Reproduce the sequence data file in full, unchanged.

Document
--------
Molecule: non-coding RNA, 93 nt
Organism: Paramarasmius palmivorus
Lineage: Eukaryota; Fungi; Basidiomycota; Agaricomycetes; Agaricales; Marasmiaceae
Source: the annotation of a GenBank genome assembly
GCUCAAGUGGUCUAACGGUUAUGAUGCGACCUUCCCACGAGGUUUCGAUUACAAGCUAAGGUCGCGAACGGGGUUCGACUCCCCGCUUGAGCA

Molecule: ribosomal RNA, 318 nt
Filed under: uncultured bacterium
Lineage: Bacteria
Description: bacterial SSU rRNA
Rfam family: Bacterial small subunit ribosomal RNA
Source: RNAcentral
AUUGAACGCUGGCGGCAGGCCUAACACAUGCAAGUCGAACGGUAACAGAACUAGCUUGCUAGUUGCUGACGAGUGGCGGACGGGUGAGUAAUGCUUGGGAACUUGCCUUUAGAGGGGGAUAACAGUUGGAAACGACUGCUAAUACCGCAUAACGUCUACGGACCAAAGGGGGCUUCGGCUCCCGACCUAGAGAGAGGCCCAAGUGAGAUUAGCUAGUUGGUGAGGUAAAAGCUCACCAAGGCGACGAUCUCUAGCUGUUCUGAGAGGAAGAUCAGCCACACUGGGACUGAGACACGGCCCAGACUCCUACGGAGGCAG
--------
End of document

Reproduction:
Molecule: non-coding RNA, 93 nt
Organism: Paramarasmius palmivorus
Lineage: Eukaryota; Fungi; Basidiomycota; Agaricomycetes; Agaricales; Marasmiaceae
Source: the annotation of a GenBank genome assembly
GCUCAAGUGGUCUAACGGUUAUGAUGCGACCUUCCCACGAGGUUUCGAUUACAAGCUAAGGUCGCGAACGGGGUUCGACUCCCCGCUUGAGCA

Molecule: ribosomal RNA, 318 nt
Filed under: uncultured bacterium
Lineage: Bacteria
Description: bacterial SSU rRNA
Rfam family: Bacterial small subunit ribosomal RNA
Source: RNAcentral
AUUGAACGCUGGCGGCAGGCCUAACACAUGCAAGUCGAACGGUAACAGAACUAGCUUGCUAGUUGCUGACGAGUGGCGGACGGGUGAGUAAUGCUUGGGAACUUGCCUUUAGAGGGGGAUAACAGUUGGAAACGACUGCUAAUACCGCAUAACGUCUACGGACCAAAGGGGGCUUCGGCUCCCGACCUAGAGAGAGGCCCAAGUGAGAUUAGCUAGUUGGUGAGGUAAAAGCUCACCAAGGCGACGAUCUCUAGCUGUUCUGAGAGGAAGAUCAGCCACACUGGGACUGAGACACGGCCCAGACUCCUACGGAGGCAG